Graduate Program (& Advanced Certificate) Status
Mandatory for MAPP, MAIPA, MPA and Mundus MAPP 1st year students at DPP
DPP only course
Macroeconomics is a branch of Economics that studies the performance, structure, and behavior of a national or supra-national (e.g. EU) economy as a whole. Macroeconomic developments are a central theme of policy debate around the globe. This course provides a sound understanding of macroeconomics for students wishing to become proficient civil servants, policy experts, or analysts in the field of public policy. It will equip the students with an analytical toolset enabling them to understand and study macroeconomic processes, relationships between aggregate economic variables, as well as the organization of the financial sector and national accounts. Throughout the course, specific public policy issues will be studied with the objective to motivate and demonstrate the pertinence of macroeconomic analysis for sound public policy making. This approach will provide the students with a broad understanding of macroeconomic principles as well as enable them to profoundly analyze specific macroeconomic policy issues, such as fiscal and monetary policy, stabilization policy, unemployment, inflation, or economic growth. Considerable effort will be made to make the material accessible to students with diverse backgrounds and without prior knowledge of economics.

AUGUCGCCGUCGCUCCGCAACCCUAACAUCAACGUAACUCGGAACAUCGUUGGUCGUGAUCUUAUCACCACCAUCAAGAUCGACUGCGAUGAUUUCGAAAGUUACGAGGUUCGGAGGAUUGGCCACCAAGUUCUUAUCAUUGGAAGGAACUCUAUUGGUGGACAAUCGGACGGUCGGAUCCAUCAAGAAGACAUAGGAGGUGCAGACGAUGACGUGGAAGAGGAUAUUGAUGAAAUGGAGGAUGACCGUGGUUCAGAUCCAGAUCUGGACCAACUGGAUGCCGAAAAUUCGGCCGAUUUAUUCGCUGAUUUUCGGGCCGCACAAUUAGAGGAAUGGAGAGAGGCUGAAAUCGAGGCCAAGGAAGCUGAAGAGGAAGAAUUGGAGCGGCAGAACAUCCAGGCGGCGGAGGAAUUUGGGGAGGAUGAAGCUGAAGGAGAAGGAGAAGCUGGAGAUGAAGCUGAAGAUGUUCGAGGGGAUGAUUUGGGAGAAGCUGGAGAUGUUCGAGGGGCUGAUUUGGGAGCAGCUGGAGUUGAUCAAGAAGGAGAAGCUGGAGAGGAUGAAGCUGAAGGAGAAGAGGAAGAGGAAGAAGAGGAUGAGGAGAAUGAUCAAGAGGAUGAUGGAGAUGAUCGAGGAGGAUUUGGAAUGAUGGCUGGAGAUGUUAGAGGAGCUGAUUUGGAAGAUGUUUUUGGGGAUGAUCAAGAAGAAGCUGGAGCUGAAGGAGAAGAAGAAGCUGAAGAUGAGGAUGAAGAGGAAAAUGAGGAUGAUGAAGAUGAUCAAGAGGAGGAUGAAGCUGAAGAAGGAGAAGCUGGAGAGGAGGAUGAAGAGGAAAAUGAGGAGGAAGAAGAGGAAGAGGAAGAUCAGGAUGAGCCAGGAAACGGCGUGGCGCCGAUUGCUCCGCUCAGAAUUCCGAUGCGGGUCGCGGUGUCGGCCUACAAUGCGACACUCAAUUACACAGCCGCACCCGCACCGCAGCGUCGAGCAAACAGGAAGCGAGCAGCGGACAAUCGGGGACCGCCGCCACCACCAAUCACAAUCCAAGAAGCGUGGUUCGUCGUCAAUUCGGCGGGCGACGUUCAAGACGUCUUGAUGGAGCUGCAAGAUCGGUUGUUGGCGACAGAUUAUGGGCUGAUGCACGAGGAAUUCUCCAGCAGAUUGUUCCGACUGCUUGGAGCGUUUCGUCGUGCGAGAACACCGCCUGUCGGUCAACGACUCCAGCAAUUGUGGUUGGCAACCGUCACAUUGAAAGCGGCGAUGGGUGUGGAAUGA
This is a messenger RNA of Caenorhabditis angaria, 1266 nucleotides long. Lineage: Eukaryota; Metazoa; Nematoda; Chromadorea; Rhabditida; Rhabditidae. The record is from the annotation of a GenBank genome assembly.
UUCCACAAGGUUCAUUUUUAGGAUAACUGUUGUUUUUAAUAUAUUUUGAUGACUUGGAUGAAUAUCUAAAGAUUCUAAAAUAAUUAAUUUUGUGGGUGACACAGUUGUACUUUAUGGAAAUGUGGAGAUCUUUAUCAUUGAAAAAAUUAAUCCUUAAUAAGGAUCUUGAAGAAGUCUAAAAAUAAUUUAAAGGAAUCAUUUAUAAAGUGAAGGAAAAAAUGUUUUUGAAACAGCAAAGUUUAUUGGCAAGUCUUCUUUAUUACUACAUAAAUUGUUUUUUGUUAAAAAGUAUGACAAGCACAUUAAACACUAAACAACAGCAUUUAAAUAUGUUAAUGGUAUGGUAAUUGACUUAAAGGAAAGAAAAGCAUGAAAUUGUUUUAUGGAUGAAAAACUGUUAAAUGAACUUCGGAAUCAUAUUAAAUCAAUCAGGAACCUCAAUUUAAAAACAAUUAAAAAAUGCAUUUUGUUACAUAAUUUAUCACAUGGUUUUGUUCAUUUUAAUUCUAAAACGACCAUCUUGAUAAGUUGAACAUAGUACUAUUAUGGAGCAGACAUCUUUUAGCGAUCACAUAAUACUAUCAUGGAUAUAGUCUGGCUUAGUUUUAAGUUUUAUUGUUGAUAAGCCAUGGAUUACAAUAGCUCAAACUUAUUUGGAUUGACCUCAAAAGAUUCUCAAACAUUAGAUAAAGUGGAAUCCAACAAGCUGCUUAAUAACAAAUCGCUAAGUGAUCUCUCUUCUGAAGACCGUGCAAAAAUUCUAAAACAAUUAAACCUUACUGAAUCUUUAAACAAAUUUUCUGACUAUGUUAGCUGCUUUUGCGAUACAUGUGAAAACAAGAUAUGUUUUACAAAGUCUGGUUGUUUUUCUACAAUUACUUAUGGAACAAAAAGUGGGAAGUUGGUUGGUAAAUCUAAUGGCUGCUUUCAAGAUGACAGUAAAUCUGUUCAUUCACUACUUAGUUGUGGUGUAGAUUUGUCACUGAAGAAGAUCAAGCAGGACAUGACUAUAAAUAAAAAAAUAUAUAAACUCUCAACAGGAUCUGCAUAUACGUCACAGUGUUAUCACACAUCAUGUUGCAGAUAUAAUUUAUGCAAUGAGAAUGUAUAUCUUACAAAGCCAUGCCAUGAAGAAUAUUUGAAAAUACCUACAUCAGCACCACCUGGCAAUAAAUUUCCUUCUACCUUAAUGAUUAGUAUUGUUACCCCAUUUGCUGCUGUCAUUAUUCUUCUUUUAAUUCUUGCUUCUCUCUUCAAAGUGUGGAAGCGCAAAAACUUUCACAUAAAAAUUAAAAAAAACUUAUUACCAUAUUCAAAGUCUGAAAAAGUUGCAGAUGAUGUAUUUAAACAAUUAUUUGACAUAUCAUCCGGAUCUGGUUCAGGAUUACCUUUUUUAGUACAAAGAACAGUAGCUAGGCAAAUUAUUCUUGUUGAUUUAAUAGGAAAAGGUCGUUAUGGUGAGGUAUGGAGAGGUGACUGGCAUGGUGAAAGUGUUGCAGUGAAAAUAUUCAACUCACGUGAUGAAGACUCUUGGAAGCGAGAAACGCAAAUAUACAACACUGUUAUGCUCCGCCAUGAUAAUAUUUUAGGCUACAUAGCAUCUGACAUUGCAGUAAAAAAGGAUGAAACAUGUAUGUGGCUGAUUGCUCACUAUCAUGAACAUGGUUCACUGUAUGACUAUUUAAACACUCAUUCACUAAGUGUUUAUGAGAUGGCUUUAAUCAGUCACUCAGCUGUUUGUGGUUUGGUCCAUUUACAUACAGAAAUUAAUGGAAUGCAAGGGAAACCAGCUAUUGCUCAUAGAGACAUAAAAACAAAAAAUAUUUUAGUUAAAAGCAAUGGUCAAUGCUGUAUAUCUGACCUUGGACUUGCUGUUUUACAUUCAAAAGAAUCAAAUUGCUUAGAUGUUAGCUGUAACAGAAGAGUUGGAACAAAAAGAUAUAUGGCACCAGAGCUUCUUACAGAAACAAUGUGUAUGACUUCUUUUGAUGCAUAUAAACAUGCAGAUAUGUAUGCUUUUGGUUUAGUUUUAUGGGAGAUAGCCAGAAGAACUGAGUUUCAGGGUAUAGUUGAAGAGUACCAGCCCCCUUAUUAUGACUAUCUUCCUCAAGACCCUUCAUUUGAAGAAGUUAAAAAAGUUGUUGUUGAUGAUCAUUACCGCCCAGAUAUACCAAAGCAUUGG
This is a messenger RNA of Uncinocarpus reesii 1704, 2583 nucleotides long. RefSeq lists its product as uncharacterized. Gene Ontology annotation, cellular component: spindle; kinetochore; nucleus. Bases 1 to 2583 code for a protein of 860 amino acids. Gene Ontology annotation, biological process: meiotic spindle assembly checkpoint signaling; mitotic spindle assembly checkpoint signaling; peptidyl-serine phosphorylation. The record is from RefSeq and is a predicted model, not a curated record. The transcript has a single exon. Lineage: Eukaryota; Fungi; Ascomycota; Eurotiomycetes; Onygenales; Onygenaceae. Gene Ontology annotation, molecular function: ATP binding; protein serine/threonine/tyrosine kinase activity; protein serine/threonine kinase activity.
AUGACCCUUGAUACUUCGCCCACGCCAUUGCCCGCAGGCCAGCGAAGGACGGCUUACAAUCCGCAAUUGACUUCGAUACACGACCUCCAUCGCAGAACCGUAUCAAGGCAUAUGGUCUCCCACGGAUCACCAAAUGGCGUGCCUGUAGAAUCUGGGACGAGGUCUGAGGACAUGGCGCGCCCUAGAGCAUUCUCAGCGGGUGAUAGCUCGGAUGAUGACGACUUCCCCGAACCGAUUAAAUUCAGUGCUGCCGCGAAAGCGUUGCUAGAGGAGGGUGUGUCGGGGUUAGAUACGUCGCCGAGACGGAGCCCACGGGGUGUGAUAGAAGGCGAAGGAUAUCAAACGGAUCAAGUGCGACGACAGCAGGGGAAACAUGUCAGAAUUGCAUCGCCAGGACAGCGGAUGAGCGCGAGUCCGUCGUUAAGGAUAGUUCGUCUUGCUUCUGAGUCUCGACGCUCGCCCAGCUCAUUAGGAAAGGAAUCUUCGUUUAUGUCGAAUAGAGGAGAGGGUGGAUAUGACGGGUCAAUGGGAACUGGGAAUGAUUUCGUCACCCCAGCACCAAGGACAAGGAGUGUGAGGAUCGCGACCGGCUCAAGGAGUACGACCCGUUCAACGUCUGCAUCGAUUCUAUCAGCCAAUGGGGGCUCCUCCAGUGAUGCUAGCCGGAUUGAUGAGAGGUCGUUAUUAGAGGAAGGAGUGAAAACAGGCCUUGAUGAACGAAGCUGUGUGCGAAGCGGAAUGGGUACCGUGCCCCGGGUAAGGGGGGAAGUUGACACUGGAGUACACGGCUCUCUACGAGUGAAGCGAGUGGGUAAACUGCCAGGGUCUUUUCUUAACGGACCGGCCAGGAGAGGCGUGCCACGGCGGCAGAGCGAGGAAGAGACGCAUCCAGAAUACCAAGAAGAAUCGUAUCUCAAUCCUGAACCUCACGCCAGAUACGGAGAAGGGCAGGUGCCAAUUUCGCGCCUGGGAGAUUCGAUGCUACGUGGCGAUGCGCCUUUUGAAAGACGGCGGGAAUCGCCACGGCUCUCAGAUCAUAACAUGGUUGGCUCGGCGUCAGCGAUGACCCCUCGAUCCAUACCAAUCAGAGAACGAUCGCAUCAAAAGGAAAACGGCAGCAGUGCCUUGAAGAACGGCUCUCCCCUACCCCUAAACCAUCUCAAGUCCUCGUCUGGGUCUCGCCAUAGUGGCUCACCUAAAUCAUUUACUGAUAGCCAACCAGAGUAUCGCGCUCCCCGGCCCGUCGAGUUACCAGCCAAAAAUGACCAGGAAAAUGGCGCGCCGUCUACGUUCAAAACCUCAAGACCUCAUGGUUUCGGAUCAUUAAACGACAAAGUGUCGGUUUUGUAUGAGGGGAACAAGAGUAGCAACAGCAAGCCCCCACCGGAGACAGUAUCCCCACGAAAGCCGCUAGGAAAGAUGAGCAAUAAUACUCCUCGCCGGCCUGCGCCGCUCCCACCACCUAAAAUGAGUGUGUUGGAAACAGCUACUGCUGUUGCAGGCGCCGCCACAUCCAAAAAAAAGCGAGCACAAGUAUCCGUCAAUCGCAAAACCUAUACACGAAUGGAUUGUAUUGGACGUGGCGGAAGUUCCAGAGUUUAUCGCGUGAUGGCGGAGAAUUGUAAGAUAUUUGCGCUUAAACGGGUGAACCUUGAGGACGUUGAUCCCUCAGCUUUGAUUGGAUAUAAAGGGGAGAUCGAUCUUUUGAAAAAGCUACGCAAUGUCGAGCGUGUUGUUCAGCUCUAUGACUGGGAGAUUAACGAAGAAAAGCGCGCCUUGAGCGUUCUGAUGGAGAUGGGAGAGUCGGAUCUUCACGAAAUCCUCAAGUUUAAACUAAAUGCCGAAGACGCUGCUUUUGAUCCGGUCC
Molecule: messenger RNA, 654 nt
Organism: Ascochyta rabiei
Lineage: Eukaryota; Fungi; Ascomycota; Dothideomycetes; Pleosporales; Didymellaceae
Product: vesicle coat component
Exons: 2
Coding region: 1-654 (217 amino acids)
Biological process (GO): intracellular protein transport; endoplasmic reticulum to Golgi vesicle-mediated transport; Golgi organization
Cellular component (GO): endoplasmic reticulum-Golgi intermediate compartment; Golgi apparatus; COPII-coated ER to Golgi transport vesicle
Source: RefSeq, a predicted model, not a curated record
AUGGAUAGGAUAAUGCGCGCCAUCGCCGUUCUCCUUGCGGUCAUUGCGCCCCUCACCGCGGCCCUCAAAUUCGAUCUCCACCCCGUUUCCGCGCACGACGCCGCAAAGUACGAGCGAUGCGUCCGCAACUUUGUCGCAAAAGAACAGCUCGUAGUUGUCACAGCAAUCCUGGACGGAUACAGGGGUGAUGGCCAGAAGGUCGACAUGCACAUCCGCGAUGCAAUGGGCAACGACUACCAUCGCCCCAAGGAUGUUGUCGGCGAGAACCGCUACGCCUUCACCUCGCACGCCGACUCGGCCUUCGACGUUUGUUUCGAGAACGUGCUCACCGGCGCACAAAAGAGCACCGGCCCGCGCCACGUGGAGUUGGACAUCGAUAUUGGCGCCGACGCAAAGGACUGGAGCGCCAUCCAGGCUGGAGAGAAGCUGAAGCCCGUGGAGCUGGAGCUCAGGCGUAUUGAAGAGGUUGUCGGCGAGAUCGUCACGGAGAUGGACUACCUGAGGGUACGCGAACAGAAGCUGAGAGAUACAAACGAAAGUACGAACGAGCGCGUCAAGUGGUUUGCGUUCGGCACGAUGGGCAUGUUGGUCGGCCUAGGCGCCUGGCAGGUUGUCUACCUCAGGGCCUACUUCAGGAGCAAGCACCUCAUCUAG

The course fosters a comprehensive understanding of macroeconomic principles and their repercussions for sound policy making. By the end of the course, a successful student will be equipped with an effective toolset to analyze public policy issues and proposals from the macroeconomic perspective. Students shall improve their analytical and argumentative skills through interactive lectures fostering theoretical skills as well as their policy applications through in-class policy debates.
Evaluation will be based on the ability to make use of the material covered in the course and draw on the relevant theory to analyze policy issues.
The course grade will be determined as a weighted average of the following components:
Policy Brief – 15%
Final Exam – 60%
Macroeconomic Policy Debate – 15%
Participation in Departmental Seminars 10%